There is too much to reflect on coherently at this time, but a couple of thoughts about how to relate to the Other, in a way that might lead to something positive:
* We were encouraged last night that for deeper understanding, we must go beyond study of texts (history, etc.), and focus on developing friendship with others (the others we might be suspicious or afraid or ignorant of, in conflict with, etc.). In fact, that's why 30 of us - Muslims, Christians and Jews - are spending 10 days together, sharing life, sharing meals, sharing faith, and discussing difficult issues.
* We were also encouraged that the path to understanding usually leads through times of non-understanding. If we think we "understand" the Other from the start, what we really understand are just our own stereotypes of the Other, relating to an image rather than reality.
* Today, one of the Jewish speakers reminded us that Muslims and Christians both tend to think they understand Judaism, but what we really understand are our own versions of Judaism, based on our textual traditions. If we really want to understand Judaism (and Jews), we need to let them speak, and listen, to come to know them, and their version. The challenge, the speaker pointed out, is to hold our texts and images in one hand, and to create space for understanding Judaism on its own terms, at the same time.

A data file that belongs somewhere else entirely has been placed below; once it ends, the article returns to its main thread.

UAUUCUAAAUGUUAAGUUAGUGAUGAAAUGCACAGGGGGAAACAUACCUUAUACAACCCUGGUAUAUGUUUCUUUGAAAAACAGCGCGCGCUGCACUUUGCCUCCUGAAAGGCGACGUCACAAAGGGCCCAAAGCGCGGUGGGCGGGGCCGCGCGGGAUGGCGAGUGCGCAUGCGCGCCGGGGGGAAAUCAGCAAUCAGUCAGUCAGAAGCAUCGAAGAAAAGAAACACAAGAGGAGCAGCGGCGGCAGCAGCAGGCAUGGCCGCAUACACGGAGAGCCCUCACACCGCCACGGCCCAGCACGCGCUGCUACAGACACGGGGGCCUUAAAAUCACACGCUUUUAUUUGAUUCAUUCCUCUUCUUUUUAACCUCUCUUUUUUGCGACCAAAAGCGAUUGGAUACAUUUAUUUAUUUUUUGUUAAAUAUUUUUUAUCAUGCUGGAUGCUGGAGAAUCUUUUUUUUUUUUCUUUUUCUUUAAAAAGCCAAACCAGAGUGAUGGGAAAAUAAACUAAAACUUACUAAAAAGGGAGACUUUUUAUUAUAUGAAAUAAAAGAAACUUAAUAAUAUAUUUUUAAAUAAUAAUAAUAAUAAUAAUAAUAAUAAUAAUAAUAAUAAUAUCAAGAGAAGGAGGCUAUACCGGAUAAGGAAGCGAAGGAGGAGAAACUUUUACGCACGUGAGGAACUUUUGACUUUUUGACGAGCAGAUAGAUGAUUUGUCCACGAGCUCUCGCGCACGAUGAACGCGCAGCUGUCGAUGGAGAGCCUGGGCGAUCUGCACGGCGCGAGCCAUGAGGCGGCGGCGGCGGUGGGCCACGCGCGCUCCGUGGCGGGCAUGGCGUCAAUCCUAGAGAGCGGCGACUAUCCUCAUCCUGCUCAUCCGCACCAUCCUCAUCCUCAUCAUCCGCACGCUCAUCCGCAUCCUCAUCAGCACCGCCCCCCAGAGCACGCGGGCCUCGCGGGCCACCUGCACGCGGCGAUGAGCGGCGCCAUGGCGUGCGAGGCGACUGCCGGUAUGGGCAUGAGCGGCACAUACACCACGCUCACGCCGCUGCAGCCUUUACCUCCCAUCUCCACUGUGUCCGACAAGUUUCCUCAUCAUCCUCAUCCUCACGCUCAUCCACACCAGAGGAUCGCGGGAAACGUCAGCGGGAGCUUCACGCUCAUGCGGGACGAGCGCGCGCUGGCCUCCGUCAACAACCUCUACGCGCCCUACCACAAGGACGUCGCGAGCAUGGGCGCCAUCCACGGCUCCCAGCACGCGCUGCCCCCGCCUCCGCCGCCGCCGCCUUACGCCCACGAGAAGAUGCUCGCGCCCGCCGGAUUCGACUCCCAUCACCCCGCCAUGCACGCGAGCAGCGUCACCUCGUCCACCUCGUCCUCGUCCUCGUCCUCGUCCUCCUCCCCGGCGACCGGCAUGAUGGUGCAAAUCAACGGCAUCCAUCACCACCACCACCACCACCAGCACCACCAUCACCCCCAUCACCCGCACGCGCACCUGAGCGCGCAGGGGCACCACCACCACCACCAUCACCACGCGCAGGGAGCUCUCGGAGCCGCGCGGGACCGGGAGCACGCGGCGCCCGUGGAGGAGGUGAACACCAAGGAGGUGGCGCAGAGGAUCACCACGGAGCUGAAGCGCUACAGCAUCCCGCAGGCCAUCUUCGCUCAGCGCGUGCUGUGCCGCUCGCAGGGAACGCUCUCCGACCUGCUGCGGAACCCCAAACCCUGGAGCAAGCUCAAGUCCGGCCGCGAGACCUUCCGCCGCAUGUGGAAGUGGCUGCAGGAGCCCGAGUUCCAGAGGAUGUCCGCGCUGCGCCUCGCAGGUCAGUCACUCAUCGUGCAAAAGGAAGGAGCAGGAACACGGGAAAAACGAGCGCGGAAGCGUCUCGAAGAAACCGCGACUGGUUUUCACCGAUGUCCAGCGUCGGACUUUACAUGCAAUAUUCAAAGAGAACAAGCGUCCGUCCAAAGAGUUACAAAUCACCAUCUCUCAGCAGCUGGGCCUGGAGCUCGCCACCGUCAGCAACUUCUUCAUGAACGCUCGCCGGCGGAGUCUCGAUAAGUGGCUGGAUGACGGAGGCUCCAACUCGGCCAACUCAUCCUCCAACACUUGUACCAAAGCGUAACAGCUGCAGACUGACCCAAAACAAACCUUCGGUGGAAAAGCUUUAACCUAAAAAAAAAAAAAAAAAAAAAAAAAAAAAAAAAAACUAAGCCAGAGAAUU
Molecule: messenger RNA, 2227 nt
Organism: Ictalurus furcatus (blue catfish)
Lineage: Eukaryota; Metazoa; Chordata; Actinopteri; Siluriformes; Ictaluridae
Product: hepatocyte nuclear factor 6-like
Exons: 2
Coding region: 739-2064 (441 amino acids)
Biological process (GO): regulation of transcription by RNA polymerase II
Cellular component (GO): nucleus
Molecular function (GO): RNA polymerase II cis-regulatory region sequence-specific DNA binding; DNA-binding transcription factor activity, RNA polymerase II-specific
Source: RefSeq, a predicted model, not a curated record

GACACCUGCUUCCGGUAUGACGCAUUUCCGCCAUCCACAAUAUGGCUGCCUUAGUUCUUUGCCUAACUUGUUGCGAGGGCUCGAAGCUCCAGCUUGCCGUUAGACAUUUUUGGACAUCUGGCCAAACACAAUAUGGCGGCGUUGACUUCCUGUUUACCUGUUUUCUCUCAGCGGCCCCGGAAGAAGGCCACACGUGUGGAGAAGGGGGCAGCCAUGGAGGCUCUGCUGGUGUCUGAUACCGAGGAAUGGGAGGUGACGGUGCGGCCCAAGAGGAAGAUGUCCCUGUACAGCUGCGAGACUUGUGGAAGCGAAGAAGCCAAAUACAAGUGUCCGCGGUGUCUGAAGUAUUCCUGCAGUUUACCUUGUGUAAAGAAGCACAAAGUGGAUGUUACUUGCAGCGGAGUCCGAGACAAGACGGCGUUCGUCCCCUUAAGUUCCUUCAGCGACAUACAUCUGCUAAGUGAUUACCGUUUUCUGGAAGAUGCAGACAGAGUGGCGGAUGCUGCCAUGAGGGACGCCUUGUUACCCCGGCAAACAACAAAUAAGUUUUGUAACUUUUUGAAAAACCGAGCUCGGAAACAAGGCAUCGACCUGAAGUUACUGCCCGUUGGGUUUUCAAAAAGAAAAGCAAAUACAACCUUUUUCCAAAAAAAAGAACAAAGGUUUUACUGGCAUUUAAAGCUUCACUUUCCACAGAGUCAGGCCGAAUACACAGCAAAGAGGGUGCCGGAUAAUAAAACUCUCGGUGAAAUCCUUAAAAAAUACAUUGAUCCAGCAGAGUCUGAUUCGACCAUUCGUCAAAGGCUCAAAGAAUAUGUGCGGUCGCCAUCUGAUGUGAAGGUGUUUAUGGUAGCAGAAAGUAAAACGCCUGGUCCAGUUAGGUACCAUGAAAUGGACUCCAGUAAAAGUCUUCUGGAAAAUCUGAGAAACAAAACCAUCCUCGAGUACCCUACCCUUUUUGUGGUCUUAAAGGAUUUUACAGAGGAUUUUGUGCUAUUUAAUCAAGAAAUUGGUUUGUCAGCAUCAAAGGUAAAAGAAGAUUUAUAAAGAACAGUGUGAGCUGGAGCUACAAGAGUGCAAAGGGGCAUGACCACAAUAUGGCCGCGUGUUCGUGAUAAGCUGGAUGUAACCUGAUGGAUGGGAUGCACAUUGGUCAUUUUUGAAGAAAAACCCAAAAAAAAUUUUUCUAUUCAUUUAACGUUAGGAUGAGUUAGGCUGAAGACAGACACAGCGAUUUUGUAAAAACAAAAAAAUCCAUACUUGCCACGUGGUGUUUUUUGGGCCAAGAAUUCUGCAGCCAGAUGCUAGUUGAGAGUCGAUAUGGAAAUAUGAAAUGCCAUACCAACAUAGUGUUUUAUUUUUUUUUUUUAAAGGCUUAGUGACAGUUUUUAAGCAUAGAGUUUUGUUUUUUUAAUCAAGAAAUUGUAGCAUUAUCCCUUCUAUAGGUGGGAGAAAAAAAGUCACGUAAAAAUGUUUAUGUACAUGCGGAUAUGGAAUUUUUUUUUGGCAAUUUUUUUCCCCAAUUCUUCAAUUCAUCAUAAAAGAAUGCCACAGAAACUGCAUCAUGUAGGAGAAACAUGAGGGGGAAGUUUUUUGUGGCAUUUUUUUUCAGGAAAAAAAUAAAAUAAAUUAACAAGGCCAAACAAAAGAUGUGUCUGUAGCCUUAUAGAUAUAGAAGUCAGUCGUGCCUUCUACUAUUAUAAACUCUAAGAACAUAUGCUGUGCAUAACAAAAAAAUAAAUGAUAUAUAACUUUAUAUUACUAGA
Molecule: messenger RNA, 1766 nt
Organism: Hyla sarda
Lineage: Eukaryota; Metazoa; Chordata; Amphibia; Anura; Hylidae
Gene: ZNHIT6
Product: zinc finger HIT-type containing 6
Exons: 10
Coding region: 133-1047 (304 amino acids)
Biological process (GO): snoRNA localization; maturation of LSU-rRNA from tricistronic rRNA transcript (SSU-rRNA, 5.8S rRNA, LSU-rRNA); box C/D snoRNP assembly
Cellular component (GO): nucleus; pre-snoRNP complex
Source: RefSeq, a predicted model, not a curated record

What we experienced, today, was Muslims and Jews sharing about their beliefs and practices, and significant question and answer times (that were too short, but very significant); and lots of relational time, as well, over meals and breaks, interacting, getting to know each other, and - I hope - moving toward more of an understanding of Each Other as we really are (not as images).
This definitely seems like steps on the path toward peace. I'm hopeful...